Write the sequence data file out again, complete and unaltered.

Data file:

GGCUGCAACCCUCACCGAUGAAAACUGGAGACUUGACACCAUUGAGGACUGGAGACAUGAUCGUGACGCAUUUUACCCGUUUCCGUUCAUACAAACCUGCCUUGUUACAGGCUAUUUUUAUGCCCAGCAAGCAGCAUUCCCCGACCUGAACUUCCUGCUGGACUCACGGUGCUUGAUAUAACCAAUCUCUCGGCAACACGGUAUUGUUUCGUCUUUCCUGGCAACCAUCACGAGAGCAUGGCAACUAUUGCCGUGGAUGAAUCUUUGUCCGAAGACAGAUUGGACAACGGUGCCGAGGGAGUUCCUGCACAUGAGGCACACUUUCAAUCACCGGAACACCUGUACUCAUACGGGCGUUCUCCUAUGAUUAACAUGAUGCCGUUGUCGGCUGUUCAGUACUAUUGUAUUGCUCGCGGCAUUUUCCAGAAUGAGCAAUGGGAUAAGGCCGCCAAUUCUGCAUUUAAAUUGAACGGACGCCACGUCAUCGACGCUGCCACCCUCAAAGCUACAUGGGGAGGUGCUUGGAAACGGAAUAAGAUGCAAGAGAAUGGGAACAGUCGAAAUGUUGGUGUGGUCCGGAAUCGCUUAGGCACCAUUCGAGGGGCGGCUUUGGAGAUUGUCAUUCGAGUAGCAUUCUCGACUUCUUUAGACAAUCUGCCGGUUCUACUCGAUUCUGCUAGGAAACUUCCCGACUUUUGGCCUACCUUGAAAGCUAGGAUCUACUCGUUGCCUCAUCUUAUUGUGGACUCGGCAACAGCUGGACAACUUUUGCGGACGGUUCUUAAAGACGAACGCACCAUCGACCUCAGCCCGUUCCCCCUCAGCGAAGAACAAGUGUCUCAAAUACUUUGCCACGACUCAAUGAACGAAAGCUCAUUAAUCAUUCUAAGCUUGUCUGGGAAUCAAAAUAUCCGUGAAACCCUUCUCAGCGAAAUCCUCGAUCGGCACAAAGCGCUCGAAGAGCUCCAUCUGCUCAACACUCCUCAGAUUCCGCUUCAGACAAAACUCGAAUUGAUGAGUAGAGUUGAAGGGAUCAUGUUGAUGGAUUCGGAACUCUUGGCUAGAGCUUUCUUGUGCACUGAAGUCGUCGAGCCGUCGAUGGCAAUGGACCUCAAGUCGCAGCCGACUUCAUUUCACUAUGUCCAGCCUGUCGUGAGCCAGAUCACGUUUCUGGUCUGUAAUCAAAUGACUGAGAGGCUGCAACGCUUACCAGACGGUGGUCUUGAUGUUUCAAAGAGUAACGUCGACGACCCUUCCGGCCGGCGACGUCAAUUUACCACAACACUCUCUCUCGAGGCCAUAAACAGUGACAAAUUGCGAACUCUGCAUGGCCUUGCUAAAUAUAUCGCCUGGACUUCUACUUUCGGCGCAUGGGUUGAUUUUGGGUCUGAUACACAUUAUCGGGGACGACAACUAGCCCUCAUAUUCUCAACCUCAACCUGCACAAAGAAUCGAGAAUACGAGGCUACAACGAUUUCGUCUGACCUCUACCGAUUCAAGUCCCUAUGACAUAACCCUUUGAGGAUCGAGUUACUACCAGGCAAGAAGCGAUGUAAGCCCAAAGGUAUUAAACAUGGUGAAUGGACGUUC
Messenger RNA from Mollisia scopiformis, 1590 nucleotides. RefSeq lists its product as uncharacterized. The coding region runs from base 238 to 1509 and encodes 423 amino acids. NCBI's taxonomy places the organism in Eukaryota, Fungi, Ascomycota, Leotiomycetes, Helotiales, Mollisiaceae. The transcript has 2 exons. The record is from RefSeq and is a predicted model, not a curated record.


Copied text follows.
GGCUGCAACCCUCACCGAUGAAAACUGGAGACUUGACACCAUUGAGGACUGGAGACAUGAUCGUGACGCAUUUUACCCGUUUCCGUUCAUACAAACCUGCCUUGUUACAGGCUAUUUUUAUGCCCAGCAAGCAGCAUUCCCCGACCUGAACUUCCUGCUGGACUCACGGUGCUUGAUAUAACCAAUCUCUCGGCAACACGGUAUUGUUUCGUCUUUCCUGGCAACCAUCACGAGAGCAUGGCAACUAUUGCCGUGGAUGAAUCUUUGUCCGAAGACAGAUUGGACAACGGUGCCGAGGGAGUUCCUGCACAUGAGGCACACUUUCAAUCACCGGAACACCUGUACUCAUACGGGCGUUCUCCUAUGAUUAACAUGAUGCCGUUGUCGGCUGUUCAGUACUAUUGUAUUGCUCGCGGCAUUUUCCAGAAUGAGCAAUGGGAUAAGGCCGCCAAUUCUGCAUUUAAAUUGAACGGACGCCACGUCAUCGACGCUGCCACCCUCAAAGCUACAUGGGGAGGUGCUUGGAAACGGAAUAAGAUGCAAGAGAAUGGGAACAGUCGAAAUGUUGGUGUGGUCCGGAAUCGCUUAGGCACCAUUCGAGGGGCGGCUUUGGAGAUUGUCAUUCGAGUAGCAUUCUCGACUUCUUUAGACAAUCUGCCGGUUCUACUCGAUUCUGCUAGGAAACUUCCCGACUUUUGGCCUACCUUGAAAGCUAGGAUCUACUCGUUGCCUCAUCUUAUUGUGGACUCGGCAACAGCUGGACAACUUUUGCGGACGGUUCUUAAAGACGAACGCACCAUCGACCUCAGCCCGUUCCCCCUCAGCGAAGAACAAGUGUCUCAAAUACUUUGCCACGACUCAAUGAACGAAAGCUCAUUAAUCAUUCUAAGCUUGUCUGGGAAUCAAAAUAUCCGUGAAACCCUUCUCAGCGAAAUCCUCGAUCGGCACAAAGCGCUCGAAGAGCUCCAUCUGCUCAACACUCCUCAGAUUCCGCUUCAGACAAAACUCGAAUUGAUGAGUAGAGUUGAAGGGAUCAUGUUGAUGGAUUCGGAACUCUUGGCUAGAGCUUUCUUGUGCACUGAAGUCGUCGAGCCGUCGAUGGCAAUGGACCUCAAGUCGCAGCCGACUUCAUUUCACUAUGUCCAGCCUGUCGUGAGCCAGAUCACGUUUCUGGUCUGUAAUCAAAUGACUGAGAGGCUGCAACGCUUACCAGACGGUGGUCUUGAUGUUUCAAAGAGUAACGUCGACGACCCUUCCGGCCGGCGACGUCAAUUUACCACAACACUCUCUCUCGAGGCCAUAAACAGUGACAAAUUGCGAACUCUGCAUGGCCUUGCUAAAUAUAUCGCCUGGACUUCUACUUUCGGCGCAUGGGUUGAUUUUGGGUCUGAUACACAUUAUCGGGGACGACAACUAGCCCUCAUAUUCUCAACCUCAACCUGCACAAAGAAUCGAGAAUACGAGGCUACAACGAUUUCGUCUGACCUCUACCGAUUCAAGUCCCUAUGACAUAACCCUUUGAGGAUCGAGUUACUACCAGGCAAGAAGCGAUGUAAGCCCAAAGGUAUUAAACAUGGUGAAUGGACGUUC
Messenger RNA from Mollisia scopiformis, 1590 nucleotides. RefSeq lists its product as uncharacterized. The coding region runs from base 238 to 1509 and encodes 423 amino acids. NCBI's taxonomy places the organism in Eukaryota, Fungi, Ascomycota, Leotiomycetes, Helotiales, Mollisiaceae. The transcript has 2 exons. The record is from RefSeq and is a predicted model, not a curated record.